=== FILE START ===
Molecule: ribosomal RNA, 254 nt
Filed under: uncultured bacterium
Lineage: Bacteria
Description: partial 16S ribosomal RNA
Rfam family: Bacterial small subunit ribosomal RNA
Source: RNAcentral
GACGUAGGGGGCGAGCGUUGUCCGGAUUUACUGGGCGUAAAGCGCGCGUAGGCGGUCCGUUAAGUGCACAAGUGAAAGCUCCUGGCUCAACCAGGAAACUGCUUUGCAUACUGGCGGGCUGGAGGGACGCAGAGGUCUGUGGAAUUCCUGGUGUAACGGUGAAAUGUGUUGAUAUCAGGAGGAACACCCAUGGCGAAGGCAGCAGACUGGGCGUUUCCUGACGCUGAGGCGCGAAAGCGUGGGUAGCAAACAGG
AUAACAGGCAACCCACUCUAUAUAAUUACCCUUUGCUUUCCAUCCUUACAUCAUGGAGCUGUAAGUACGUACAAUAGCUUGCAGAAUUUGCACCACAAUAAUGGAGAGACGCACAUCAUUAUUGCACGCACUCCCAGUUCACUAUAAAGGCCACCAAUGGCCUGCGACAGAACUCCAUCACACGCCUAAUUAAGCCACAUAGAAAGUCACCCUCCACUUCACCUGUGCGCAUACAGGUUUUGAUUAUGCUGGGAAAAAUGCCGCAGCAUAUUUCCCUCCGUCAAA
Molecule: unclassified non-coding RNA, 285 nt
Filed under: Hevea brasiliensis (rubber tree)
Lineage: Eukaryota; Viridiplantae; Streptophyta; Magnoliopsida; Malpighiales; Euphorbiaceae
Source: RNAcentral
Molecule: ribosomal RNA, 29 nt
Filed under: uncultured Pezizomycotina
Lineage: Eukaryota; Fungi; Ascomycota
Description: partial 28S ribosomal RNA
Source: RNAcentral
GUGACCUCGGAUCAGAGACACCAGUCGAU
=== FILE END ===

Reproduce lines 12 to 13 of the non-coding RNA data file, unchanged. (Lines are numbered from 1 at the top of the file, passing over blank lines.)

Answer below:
Source: RNAcentral
Molecule: ribosomal RNA, 29 nt